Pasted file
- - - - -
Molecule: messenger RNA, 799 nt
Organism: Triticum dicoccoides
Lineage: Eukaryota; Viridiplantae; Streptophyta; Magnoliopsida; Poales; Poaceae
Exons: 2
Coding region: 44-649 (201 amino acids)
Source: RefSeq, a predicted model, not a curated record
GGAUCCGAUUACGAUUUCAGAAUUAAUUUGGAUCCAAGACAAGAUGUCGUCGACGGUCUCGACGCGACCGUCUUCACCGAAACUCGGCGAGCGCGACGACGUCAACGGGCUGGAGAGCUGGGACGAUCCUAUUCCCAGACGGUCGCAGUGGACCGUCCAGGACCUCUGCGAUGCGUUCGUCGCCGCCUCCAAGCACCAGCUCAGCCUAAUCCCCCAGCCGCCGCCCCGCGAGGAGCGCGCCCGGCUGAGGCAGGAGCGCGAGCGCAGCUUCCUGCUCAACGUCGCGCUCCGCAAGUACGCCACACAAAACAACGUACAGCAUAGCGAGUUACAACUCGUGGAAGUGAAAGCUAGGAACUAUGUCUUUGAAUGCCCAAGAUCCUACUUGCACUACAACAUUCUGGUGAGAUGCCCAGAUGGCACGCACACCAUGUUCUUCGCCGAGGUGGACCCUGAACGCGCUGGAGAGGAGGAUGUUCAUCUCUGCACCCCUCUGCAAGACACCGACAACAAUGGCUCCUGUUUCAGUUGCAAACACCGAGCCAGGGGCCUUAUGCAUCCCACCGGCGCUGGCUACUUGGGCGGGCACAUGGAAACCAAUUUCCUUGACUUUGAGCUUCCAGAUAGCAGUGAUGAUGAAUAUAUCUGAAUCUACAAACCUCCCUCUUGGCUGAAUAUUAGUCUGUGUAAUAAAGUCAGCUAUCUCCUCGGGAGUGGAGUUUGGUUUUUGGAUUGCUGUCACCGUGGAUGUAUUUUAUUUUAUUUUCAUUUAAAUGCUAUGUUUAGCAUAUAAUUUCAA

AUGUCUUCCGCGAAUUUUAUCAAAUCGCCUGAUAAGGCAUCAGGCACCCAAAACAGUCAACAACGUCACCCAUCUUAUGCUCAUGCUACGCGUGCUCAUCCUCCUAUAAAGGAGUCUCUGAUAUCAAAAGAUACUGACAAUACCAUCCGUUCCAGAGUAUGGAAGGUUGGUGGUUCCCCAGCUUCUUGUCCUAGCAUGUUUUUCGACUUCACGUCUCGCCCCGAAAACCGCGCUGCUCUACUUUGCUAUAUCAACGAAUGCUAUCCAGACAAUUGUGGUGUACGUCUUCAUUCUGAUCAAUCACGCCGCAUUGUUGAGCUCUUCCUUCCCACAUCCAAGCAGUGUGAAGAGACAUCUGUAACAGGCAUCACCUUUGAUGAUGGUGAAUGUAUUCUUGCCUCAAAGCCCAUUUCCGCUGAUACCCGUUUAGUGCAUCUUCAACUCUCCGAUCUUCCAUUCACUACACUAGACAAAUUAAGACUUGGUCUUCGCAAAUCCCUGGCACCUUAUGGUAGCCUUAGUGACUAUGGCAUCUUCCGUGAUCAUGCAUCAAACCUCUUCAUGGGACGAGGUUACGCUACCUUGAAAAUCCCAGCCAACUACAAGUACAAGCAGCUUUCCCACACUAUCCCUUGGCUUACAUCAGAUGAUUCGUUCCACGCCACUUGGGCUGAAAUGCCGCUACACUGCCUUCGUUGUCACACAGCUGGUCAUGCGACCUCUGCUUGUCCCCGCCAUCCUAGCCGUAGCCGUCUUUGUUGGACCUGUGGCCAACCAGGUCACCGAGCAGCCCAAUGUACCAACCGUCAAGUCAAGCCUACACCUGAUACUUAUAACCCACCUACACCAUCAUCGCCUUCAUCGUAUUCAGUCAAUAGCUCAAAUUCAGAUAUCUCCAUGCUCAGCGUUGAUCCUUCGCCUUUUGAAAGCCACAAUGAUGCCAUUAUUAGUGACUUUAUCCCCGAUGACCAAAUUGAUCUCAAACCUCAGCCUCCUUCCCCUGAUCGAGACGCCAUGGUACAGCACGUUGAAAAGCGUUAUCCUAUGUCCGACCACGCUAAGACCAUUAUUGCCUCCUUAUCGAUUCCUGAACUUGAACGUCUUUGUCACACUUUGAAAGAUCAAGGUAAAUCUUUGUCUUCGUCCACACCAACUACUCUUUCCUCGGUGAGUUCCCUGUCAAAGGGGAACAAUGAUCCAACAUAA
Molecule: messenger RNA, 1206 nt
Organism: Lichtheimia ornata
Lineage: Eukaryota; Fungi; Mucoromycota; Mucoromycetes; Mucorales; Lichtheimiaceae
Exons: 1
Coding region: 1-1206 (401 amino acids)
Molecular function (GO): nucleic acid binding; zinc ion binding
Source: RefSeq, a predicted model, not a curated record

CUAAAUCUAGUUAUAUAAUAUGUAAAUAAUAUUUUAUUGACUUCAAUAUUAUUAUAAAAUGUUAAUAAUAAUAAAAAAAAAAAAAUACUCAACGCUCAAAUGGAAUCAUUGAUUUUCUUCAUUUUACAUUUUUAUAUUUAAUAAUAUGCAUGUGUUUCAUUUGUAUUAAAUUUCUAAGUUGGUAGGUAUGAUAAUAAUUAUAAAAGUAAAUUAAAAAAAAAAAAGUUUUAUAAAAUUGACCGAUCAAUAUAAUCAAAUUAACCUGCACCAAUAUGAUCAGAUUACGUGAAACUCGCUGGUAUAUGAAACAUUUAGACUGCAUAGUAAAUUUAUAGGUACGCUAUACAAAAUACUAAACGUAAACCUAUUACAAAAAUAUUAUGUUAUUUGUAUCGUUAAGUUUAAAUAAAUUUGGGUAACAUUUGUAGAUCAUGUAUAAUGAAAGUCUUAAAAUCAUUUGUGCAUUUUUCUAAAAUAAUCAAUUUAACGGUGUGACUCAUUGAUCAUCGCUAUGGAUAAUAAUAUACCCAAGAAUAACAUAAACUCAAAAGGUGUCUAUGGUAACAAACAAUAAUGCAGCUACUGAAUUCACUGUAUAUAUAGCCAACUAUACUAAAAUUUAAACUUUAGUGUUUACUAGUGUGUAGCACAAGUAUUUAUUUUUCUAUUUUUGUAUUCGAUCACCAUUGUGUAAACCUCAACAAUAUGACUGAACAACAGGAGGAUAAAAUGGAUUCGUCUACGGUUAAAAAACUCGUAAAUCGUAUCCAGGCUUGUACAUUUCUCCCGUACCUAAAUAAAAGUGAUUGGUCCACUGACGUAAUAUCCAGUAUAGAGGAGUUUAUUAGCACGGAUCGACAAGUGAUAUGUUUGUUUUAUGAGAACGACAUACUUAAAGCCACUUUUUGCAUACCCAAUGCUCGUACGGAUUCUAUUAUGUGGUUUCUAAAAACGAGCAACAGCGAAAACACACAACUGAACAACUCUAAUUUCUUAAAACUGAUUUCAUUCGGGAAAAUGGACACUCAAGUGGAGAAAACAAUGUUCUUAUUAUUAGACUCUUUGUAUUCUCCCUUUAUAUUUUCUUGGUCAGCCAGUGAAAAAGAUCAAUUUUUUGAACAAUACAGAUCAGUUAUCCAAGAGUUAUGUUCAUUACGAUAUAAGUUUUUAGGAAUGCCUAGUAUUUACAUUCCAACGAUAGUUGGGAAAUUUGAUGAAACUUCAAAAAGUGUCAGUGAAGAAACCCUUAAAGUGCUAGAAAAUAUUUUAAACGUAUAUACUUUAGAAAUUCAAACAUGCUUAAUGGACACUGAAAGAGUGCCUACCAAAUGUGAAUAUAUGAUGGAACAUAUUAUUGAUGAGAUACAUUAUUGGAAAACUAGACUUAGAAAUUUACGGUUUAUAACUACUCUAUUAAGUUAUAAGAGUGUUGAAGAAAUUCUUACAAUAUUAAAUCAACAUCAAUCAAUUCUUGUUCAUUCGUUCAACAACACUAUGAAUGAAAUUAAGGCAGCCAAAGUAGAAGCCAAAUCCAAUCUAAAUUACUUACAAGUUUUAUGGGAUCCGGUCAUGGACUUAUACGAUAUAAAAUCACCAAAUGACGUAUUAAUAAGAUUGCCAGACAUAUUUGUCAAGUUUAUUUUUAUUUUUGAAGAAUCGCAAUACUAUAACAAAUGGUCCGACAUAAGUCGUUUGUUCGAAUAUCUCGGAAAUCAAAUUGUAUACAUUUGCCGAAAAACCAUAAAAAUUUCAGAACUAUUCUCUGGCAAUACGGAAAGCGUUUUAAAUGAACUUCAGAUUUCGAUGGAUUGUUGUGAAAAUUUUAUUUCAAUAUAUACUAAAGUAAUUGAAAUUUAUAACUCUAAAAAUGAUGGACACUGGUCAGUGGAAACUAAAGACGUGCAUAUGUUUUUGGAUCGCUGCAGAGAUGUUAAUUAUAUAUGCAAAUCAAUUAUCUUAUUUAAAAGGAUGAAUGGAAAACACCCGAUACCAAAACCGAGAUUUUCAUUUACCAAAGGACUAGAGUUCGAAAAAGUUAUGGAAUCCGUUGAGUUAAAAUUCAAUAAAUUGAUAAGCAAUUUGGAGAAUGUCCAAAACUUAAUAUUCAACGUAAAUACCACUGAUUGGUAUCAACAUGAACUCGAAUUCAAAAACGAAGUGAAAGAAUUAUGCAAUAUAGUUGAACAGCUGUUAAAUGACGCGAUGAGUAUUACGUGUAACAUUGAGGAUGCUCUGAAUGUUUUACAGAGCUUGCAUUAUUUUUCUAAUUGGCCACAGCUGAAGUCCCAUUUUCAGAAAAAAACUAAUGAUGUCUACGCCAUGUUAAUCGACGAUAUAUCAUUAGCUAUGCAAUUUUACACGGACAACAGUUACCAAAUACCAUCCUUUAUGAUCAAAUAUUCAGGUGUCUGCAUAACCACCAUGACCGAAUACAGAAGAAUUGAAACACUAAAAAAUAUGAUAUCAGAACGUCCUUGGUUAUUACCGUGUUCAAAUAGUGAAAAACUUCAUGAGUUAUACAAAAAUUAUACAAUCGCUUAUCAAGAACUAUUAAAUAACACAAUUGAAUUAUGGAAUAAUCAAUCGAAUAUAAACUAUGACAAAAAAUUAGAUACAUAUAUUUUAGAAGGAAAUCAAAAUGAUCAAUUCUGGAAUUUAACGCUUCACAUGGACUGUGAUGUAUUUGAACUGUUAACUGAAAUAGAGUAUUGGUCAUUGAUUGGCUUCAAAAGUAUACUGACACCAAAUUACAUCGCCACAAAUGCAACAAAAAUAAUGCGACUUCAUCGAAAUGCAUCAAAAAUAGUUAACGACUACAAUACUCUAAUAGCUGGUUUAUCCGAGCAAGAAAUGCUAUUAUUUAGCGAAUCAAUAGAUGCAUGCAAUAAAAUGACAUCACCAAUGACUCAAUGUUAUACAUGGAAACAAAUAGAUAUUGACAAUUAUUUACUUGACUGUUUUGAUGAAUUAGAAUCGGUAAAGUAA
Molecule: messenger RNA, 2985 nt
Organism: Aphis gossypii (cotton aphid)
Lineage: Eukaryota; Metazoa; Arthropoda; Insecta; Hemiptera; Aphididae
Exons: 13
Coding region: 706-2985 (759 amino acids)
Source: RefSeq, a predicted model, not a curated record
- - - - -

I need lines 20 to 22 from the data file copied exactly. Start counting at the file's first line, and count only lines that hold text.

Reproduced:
Exons: 13
Coding region: 706-2985 (759 amino acids)
Source: RefSeq, a predicted model, not a curated record